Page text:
The Kootenay Boundary District has an extensive history of exploration and mine production that dates back to the late 1800s. New mapping with compilation of geological, geophysical, geochemical and now geochronological data will provide a framework for evaluating potential mineral targets in a district that has seen renewed exploration interest in recent years.
The project will complete 1:50,000 geological mapping in the east half of the NTS map sheet 082E – Penticton. Specifically, the project plans to:
- Investigate high level intrusions (smaller, younger intrusions into the dominant local rock type) that are more favourable for hosting mineralization;
- Map areas of the Eocene Marron Formation in the Rock Creek graben, to recognize and trace favourable stratigraphic horizons that commonly host epithermal gold mineralization;
- Date intrusive rocks using U-Pb and Ar-Ar dating methods with a focus on small, high-level intrusions within the large batholith; and
- Update six previously published 1:50,000 maps with new age dates and resolve inconsistencies along map boundaries, establish common colours and symbols, and correlate and standardize local formation names.
Recognizing, differentiating and dating smaller intrusions within this area will provide a useful tool for prospecting and exploration in an area that has previously been shown as an undifferentiated batholith.
This project will help to identify new natural resource opportunities in the Kootenay Boundary regional district and inform resource development decisions. By providing new exploration and deposit models, new geological maps, and through presentations, field trips and workshops with the southern BC exploration community, the project may attract investors, prospectors and exploration companies to the prospective areas north of Greenwood, BC. Exploration spending and the potential development of new mines would bring additional investment and employment opportunities to the area.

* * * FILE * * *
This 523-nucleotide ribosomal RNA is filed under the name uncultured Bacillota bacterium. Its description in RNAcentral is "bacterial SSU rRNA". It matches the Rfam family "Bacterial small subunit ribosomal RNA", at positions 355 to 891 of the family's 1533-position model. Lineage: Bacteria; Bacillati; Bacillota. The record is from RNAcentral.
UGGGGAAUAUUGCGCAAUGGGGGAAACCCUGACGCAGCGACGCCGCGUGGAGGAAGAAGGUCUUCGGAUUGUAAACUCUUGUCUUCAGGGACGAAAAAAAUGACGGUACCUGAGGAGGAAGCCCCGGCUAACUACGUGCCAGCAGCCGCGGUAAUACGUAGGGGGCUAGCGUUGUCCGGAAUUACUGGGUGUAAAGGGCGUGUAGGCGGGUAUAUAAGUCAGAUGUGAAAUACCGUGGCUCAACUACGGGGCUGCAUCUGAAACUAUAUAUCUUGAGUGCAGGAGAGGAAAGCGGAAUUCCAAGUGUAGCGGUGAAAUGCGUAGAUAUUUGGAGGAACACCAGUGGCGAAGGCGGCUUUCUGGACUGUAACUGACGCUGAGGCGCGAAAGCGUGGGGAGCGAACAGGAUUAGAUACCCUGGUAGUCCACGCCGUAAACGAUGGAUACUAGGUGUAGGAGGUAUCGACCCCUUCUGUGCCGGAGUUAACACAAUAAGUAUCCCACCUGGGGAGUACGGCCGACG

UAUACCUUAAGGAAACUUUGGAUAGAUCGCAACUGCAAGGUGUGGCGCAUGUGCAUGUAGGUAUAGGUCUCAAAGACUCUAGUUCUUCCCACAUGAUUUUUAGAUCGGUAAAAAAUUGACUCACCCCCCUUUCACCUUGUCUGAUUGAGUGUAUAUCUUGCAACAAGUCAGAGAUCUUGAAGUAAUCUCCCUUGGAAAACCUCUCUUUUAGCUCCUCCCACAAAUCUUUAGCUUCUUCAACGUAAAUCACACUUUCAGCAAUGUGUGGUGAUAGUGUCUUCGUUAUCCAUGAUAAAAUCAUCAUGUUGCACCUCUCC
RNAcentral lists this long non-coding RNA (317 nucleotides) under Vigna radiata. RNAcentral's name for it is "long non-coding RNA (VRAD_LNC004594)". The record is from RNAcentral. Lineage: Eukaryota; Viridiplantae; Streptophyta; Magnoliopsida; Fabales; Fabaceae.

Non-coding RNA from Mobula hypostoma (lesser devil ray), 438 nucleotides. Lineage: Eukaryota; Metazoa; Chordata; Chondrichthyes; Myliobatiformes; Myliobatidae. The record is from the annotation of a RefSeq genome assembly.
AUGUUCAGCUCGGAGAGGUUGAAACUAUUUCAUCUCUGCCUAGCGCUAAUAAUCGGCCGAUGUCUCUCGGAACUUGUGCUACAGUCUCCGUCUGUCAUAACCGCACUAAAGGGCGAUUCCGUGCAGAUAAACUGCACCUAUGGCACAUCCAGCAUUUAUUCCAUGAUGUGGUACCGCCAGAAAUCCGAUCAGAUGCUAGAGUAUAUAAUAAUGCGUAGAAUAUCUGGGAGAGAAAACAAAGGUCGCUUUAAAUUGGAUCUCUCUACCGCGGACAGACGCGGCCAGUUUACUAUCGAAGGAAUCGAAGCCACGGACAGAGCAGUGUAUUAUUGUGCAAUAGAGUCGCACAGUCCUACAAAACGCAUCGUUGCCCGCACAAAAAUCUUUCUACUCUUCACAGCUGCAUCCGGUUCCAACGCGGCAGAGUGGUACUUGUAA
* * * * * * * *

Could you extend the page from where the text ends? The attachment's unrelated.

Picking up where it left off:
The survey area is in south-central British Columbia, between Greenwood to the west and Trail to the east. The Canada-US border runs along the southern boundary of the project area.
The nearby towns of Beaverdell, Rock Creek, Greenwood, Carmi, Boundary, Midway and Grand Forks in the Kootenay Boundary Regional District were founded by mining and have an extensive history of exploration and gold production. Several gold and silver (plus copper, lead and zinc) deposits have been mined in the area since gold was first discovered in 1884. More than 25 past producers are recorded in the Greenwood mining camp. This includes the Phoenix mine, a world-class open pit copper-gold skarn deposit, several smaller mines, and over 100 recorded mineral occurrences.